FF: I think that working within the rules of objectivity it’s possible to be tougher and be more of an annoyance to power. But I don’t think we need to abandon objectivity to accomplish those goals.
PM: Kos the other day wrote that it’s time to drop the derisive “MSM” [“mainstream media”] moniker because blogs have now joined the ranks of the mainstream media. He mentioned that if Kos were a daily newspaper, it would be the fifth-largest in the country.
FF: That’s laughable. I actually like Kos’s site — there’s actual substance on Kos’s site — not all of it I agree with, but he’s not a charlatan. I think he’s inflating his own importance, but I think that’s kind of part of the whole blogopshere’s game; that the blogosphere hates the so-called mainstream media so much that they view themselves being in some kind of zero-sum competition with the mainstream media. They view their own credibility and readership as coming directly at the expense of newspapers and television, and that mindset, I think, subconsciously causes them to be so vociferous in their attacks. They have some kind of self-interested motive in trying to destroy “that horrible MSM.”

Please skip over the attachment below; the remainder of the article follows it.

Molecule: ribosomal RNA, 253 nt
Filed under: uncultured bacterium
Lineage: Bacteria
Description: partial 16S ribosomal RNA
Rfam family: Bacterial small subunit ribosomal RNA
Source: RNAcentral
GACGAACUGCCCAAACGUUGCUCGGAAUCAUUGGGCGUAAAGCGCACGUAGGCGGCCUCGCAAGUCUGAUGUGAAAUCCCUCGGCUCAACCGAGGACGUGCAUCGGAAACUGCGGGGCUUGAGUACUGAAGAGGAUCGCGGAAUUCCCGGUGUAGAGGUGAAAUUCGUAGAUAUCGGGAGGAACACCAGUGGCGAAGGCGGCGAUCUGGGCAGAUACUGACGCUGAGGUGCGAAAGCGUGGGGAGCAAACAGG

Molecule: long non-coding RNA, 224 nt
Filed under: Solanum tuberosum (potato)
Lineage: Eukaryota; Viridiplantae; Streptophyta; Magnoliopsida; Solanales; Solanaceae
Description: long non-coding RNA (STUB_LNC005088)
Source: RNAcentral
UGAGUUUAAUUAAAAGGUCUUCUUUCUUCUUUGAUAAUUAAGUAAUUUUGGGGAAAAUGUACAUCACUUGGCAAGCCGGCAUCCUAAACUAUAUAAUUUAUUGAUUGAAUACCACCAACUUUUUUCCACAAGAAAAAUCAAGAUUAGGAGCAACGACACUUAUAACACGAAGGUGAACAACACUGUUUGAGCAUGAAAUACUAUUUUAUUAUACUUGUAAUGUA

PM: I think what gets lost in many bloggers’ critiques of the media is that without newspapers, magazines and television news programs to complain about, they wouldn’t have any news to digest.
FF: The smarter bloggers understand that. Digby has made this point, and Kevin Drum has made that point. Blogs are parasitic. With a few notable exceptions like [Josh] Marshall’s blog, bloggers analyze information, they don’t generate it. That said, I think a big logical flaw in the bloggers attack is that they want to destroy a system, but they really don’t have a viable model for replacing it.